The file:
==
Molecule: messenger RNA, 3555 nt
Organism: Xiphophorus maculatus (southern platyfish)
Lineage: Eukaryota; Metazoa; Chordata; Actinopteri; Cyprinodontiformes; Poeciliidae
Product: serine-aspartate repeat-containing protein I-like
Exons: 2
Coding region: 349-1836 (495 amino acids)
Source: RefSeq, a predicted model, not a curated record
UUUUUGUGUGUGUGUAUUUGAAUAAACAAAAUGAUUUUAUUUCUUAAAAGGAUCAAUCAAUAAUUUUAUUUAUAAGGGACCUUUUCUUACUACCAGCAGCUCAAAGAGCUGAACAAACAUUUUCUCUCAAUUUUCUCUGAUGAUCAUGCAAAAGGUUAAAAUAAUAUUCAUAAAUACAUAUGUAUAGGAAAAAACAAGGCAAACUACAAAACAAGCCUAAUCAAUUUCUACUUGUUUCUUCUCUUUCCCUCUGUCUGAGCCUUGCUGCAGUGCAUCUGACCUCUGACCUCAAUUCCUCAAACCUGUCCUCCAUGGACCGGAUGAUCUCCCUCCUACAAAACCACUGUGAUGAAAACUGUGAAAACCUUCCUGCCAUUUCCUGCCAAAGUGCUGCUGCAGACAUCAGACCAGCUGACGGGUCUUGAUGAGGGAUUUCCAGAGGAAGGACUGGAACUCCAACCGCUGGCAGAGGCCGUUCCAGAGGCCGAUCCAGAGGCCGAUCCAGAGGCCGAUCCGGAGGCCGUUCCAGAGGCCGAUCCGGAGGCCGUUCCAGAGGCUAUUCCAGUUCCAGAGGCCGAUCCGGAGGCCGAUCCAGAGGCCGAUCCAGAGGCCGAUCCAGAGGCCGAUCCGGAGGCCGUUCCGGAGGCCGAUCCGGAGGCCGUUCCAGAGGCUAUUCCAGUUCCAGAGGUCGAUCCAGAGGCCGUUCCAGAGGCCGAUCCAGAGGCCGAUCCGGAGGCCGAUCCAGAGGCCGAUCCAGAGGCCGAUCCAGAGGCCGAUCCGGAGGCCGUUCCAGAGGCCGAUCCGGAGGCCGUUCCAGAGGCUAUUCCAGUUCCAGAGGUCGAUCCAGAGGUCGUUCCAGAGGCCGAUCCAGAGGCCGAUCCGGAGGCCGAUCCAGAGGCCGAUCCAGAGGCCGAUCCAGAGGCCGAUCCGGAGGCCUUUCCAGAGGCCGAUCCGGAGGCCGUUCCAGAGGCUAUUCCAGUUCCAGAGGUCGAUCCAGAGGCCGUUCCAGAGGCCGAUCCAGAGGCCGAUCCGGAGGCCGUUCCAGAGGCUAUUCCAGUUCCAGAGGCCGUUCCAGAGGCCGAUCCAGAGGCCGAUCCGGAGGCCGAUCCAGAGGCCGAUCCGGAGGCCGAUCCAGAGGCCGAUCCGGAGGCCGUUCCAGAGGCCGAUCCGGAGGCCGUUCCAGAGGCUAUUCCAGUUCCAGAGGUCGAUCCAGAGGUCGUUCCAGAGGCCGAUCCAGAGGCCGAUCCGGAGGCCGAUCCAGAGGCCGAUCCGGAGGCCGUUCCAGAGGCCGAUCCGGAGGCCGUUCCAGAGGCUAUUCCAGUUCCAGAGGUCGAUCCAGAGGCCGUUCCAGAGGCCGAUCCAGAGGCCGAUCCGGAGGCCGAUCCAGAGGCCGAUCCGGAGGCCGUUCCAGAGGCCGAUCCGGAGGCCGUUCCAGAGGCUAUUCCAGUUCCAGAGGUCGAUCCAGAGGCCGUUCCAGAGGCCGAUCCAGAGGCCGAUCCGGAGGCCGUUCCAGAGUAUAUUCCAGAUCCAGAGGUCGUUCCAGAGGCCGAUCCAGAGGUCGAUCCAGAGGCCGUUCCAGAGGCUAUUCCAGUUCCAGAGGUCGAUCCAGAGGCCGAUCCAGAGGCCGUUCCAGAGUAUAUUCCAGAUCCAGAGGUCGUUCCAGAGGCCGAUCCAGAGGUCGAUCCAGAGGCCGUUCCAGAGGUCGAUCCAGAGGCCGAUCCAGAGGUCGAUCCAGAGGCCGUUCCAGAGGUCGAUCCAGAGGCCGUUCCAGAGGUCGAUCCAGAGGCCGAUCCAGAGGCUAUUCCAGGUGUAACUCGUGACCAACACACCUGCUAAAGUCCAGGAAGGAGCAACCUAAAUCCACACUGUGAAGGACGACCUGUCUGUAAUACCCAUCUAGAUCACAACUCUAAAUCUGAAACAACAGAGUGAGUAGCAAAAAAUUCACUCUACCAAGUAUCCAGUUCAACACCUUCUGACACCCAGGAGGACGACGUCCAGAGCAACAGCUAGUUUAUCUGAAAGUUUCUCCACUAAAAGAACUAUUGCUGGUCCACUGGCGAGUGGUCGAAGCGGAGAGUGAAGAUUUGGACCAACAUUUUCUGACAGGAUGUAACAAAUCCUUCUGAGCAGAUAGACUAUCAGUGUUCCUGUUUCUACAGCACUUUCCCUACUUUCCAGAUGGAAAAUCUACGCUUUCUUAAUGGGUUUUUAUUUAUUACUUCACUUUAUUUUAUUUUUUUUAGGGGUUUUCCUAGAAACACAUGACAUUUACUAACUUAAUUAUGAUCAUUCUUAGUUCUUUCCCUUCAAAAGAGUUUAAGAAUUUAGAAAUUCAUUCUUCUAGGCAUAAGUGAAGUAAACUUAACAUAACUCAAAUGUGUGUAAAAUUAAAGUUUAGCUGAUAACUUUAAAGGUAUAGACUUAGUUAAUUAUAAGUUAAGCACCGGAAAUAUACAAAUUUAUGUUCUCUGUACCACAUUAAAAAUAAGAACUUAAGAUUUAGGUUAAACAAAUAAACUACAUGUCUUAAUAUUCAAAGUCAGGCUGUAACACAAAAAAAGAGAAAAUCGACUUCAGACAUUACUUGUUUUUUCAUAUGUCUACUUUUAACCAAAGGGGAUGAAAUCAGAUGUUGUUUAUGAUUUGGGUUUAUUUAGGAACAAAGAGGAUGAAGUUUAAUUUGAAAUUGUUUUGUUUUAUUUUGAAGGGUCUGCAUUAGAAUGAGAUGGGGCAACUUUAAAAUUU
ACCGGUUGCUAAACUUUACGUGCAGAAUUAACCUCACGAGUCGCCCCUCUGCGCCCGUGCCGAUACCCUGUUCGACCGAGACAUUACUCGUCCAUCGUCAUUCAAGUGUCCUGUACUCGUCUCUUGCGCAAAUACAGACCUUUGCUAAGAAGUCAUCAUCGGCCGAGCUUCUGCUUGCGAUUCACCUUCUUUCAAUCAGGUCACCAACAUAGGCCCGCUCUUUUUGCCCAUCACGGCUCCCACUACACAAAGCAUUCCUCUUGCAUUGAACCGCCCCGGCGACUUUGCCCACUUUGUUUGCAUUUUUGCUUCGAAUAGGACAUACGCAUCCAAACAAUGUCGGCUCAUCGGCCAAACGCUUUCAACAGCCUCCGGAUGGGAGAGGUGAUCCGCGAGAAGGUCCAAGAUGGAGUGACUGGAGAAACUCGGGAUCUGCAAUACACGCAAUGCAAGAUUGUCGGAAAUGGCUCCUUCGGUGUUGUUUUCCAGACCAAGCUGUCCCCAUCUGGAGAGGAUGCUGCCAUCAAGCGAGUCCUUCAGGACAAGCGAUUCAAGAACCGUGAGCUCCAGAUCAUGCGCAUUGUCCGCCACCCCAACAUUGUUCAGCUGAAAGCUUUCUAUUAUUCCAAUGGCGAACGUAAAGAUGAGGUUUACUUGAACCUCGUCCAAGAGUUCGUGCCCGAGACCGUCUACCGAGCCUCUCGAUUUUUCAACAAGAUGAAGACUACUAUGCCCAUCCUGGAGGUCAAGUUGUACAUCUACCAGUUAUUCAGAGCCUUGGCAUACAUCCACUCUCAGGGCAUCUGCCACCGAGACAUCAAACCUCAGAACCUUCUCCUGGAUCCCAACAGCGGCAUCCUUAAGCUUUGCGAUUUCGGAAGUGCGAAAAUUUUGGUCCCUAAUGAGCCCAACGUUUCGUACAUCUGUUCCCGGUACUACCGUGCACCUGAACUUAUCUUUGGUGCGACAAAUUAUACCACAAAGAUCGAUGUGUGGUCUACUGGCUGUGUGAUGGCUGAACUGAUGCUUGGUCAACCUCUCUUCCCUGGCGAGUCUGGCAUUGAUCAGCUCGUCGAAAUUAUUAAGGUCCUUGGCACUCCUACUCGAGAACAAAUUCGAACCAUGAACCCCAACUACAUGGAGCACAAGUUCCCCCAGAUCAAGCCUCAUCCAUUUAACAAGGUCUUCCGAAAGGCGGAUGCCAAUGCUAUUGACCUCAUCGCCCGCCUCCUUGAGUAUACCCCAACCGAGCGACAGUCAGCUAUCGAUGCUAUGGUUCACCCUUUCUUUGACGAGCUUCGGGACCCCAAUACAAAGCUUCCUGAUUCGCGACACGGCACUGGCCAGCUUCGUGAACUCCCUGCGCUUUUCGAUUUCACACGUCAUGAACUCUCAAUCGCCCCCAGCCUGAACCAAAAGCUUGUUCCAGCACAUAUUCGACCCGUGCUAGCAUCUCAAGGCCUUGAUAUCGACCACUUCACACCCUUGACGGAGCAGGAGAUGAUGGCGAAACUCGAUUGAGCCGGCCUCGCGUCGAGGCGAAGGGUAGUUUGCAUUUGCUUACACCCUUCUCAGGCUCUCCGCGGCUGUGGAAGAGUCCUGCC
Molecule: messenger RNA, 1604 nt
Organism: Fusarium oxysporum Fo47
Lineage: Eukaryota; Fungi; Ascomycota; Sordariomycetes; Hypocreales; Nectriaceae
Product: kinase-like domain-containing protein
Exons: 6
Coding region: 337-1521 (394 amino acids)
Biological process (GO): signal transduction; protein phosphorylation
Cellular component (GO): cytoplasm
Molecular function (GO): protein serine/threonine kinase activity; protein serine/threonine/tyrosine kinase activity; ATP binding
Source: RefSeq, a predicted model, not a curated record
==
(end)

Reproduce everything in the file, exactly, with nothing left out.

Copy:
Molecule: messenger RNA, 3555 nt
Organism: Xiphophorus maculatus (southern platyfish)
Lineage: Eukaryota; Metazoa; Chordata; Actinopteri; Cyprinodontiformes; Poeciliidae
Product: serine-aspartate repeat-containing protein I-like
Exons: 2
Coding region: 349-1836 (495 amino acids)
Source: RefSeq, a predicted model, not a curated record
UUUUUGUGUGUGUGUAUUUGAAUAAACAAAAUGAUUUUAUUUCUUAAAAGGAUCAAUCAAUAAUUUUAUUUAUAAGGGACCUUUUCUUACUACCAGCAGCUCAAAGAGCUGAACAAACAUUUUCUCUCAAUUUUCUCUGAUGAUCAUGCAAAAGGUUAAAAUAAUAUUCAUAAAUACAUAUGUAUAGGAAAAAACAAGGCAAACUACAAAACAAGCCUAAUCAAUUUCUACUUGUUUCUUCUCUUUCCCUCUGUCUGAGCCUUGCUGCAGUGCAUCUGACCUCUGACCUCAAUUCCUCAAACCUGUCCUCCAUGGACCGGAUGAUCUCCCUCCUACAAAACCACUGUGAUGAAAACUGUGAAAACCUUCCUGCCAUUUCCUGCCAAAGUGCUGCUGCAGACAUCAGACCAGCUGACGGGUCUUGAUGAGGGAUUUCCAGAGGAAGGACUGGAACUCCAACCGCUGGCAGAGGCCGUUCCAGAGGCCGAUCCAGAGGCCGAUCCAGAGGCCGAUCCGGAGGCCGUUCCAGAGGCCGAUCCGGAGGCCGUUCCAGAGGCUAUUCCAGUUCCAGAGGCCGAUCCGGAGGCCGAUCCAGAGGCCGAUCCAGAGGCCGAUCCAGAGGCCGAUCCGGAGGCCGUUCCGGAGGCCGAUCCGGAGGCCGUUCCAGAGGCUAUUCCAGUUCCAGAGGUCGAUCCAGAGGCCGUUCCAGAGGCCGAUCCAGAGGCCGAUCCGGAGGCCGAUCCAGAGGCCGAUCCAGAGGCCGAUCCAGAGGCCGAUCCGGAGGCCGUUCCAGAGGCCGAUCCGGAGGCCGUUCCAGAGGCUAUUCCAGUUCCAGAGGUCGAUCCAGAGGUCGUUCCAGAGGCCGAUCCAGAGGCCGAUCCGGAGGCCGAUCCAGAGGCCGAUCCAGAGGCCGAUCCAGAGGCCGAUCCGGAGGCCUUUCCAGAGGCCGAUCCGGAGGCCGUUCCAGAGGCUAUUCCAGUUCCAGAGGUCGAUCCAGAGGCCGUUCCAGAGGCCGAUCCAGAGGCCGAUCCGGAGGCCGUUCCAGAGGCUAUUCCAGUUCCAGAGGCCGUUCCAGAGGCCGAUCCAGAGGCCGAUCCGGAGGCCGAUCCAGAGGCCGAUCCGGAGGCCGAUCCAGAGGCCGAUCCGGAGGCCGUUCCAGAGGCCGAUCCGGAGGCCGUUCCAGAGGCUAUUCCAGUUCCAGAGGUCGAUCCAGAGGUCGUUCCAGAGGCCGAUCCAGAGGCCGAUCCGGAGGCCGAUCCAGAGGCCGAUCCGGAGGCCGUUCCAGAGGCCGAUCCGGAGGCCGUUCCAGAGGCUAUUCCAGUUCCAGAGGUCGAUCCAGAGGCCGUUCCAGAGGCCGAUCCAGAGGCCGAUCCGGAGGCCGAUCCAGAGGCCGAUCCGGAGGCCGUUCCAGAGGCCGAUCCGGAGGCCGUUCCAGAGGCUAUUCCAGUUCCAGAGGUCGAUCCAGAGGCCGUUCCAGAGGCCGAUCCAGAGGCCGAUCCGGAGGCCGUUCCAGAGUAUAUUCCAGAUCCAGAGGUCGUUCCAGAGGCCGAUCCAGAGGUCGAUCCAGAGGCCGUUCCAGAGGCUAUUCCAGUUCCAGAGGUCGAUCCAGAGGCCGAUCCAGAGGCCGUUCCAGAGUAUAUUCCAGAUCCAGAGGUCGUUCCAGAGGCCGAUCCAGAGGUCGAUCCAGAGGCCGUUCCAGAGGUCGAUCCAGAGGCCGAUCCAGAGGUCGAUCCAGAGGCCGUUCCAGAGGUCGAUCCAGAGGCCGUUCCAGAGGUCGAUCCAGAGGCCGAUCCAGAGGCUAUUCCAGGUGUAACUCGUGACCAACACACCUGCUAAAGUCCAGGAAGGAGCAACCUAAAUCCACACUGUGAAGGACGACCUGUCUGUAAUACCCAUCUAGAUCACAACUCUAAAUCUGAAACAACAGAGUGAGUAGCAAAAAAUUCACUCUACCAAGUAUCCAGUUCAACACCUUCUGACACCCAGGAGGACGACGUCCAGAGCAACAGCUAGUUUAUCUGAAAGUUUCUCCACUAAAAGAACUAUUGCUGGUCCACUGGCGAGUGGUCGAAGCGGAGAGUGAAGAUUUGGACCAACAUUUUCUGACAGGAUGUAACAAAUCCUUCUGAGCAGAUAGACUAUCAGUGUUCCUGUUUCUACAGCACUUUCCCUACUUUCCAGAUGGAAAAUCUACGCUUUCUUAAUGGGUUUUUAUUUAUUACUUCACUUUAUUUUAUUUUUUUUAGGGGUUUUCCUAGAAACACAUGACAUUUACUAACUUAAUUAUGAUCAUUCUUAGUUCUUUCCCUUCAAAAGAGUUUAAGAAUUUAGAAAUUCAUUCUUCUAGGCAUAAGUGAAGUAAACUUAACAUAACUCAAAUGUGUGUAAAAUUAAAGUUUAGCUGAUAACUUUAAAGGUAUAGACUUAGUUAAUUAUAAGUUAAGCACCGGAAAUAUACAAAUUUAUGUUCUCUGUACCACAUUAAAAAUAAGAACUUAAGAUUUAGGUUAAACAAAUAAACUACAUGUCUUAAUAUUCAAAGUCAGGCUGUAACACAAAAAAAGAGAAAAUCGACUUCAGACAUUACUUGUUUUUUCAUAUGUCUACUUUUAACCAAAGGGGAUGAAAUCAGAUGUUGUUUAUGAUUUGGGUUUAUUUAGGAACAAAGAGGAUGAAGUUUAAUUUGAAAUUGUUUUGUUUUAUUUUGAAGGGUCUGCAUUAGAAUGAGAUGGGGCAACUUUAAAAUUU
ACCGGUUGCUAAACUUUACGUGCAGAAUUAACCUCACGAGUCGCCCCUCUGCGCCCGUGCCGAUACCCUGUUCGACCGAGACAUUACUCGUCCAUCGUCAUUCAAGUGUCCUGUACUCGUCUCUUGCGCAAAUACAGACCUUUGCUAAGAAGUCAUCAUCGGCCGAGCUUCUGCUUGCGAUUCACCUUCUUUCAAUCAGGUCACCAACAUAGGCCCGCUCUUUUUGCCCAUCACGGCUCCCACUACACAAAGCAUUCCUCUUGCAUUGAACCGCCCCGGCGACUUUGCCCACUUUGUUUGCAUUUUUGCUUCGAAUAGGACAUACGCAUCCAAACAAUGUCGGCUCAUCGGCCAAACGCUUUCAACAGCCUCCGGAUGGGAGAGGUGAUCCGCGAGAAGGUCCAAGAUGGAGUGACUGGAGAAACUCGGGAUCUGCAAUACACGCAAUGCAAGAUUGUCGGAAAUGGCUCCUUCGGUGUUGUUUUCCAGACCAAGCUGUCCCCAUCUGGAGAGGAUGCUGCCAUCAAGCGAGUCCUUCAGGACAAGCGAUUCAAGAACCGUGAGCUCCAGAUCAUGCGCAUUGUCCGCCACCCCAACAUUGUUCAGCUGAAAGCUUUCUAUUAUUCCAAUGGCGAACGUAAAGAUGAGGUUUACUUGAACCUCGUCCAAGAGUUCGUGCCCGAGACCGUCUACCGAGCCUCUCGAUUUUUCAACAAGAUGAAGACUACUAUGCCCAUCCUGGAGGUCAAGUUGUACAUCUACCAGUUAUUCAGAGCCUUGGCAUACAUCCACUCUCAGGGCAUCUGCCACCGAGACAUCAAACCUCAGAACCUUCUCCUGGAUCCCAACAGCGGCAUCCUUAAGCUUUGCGAUUUCGGAAGUGCGAAAAUUUUGGUCCCUAAUGAGCCCAACGUUUCGUACAUCUGUUCCCGGUACUACCGUGCACCUGAACUUAUCUUUGGUGCGACAAAUUAUACCACAAAGAUCGAUGUGUGGUCUACUGGCUGUGUGAUGGCUGAACUGAUGCUUGGUCAACCUCUCUUCCCUGGCGAGUCUGGCAUUGAUCAGCUCGUCGAAAUUAUUAAGGUCCUUGGCACUCCUACUCGAGAACAAAUUCGAACCAUGAACCCCAACUACAUGGAGCACAAGUUCCCCCAGAUCAAGCCUCAUCCAUUUAACAAGGUCUUCCGAAAGGCGGAUGCCAAUGCUAUUGACCUCAUCGCCCGCCUCCUUGAGUAUACCCCAACCGAGCGACAGUCAGCUAUCGAUGCUAUGGUUCACCCUUUCUUUGACGAGCUUCGGGACCCCAAUACAAAGCUUCCUGAUUCGCGACACGGCACUGGCCAGCUUCGUGAACUCCCUGCGCUUUUCGAUUUCACACGUCAUGAACUCUCAAUCGCCCCCAGCCUGAACCAAAAGCUUGUUCCAGCACAUAUUCGACCCGUGCUAGCAUCUCAAGGCCUUGAUAUCGACCACUUCACACCCUUGACGGAGCAGGAGAUGAUGGCGAAACUCGAUUGAGCCGGCCUCGCGUCGAGGCGAAGGGUAGUUUGCAUUUGCUUACACCCUUCUCAGGCUCUCCGCGGCUGUGGAAGAGUCCUGCC
Molecule: messenger RNA, 1604 nt
Organism: Fusarium oxysporum Fo47
Lineage: Eukaryota; Fungi; Ascomycota; Sordariomycetes; Hypocreales; Nectriaceae
Product: kinase-like domain-containing protein
Exons: 6
Coding region: 337-1521 (394 amino acids)
Biological process (GO): signal transduction; protein phosphorylation
Cellular component (GO): cytoplasm
Molecular function (GO): protein serine/threonine kinase activity; protein serine/threonine/tyrosine kinase activity; ATP binding
Source: RefSeq, a predicted model, not a curated record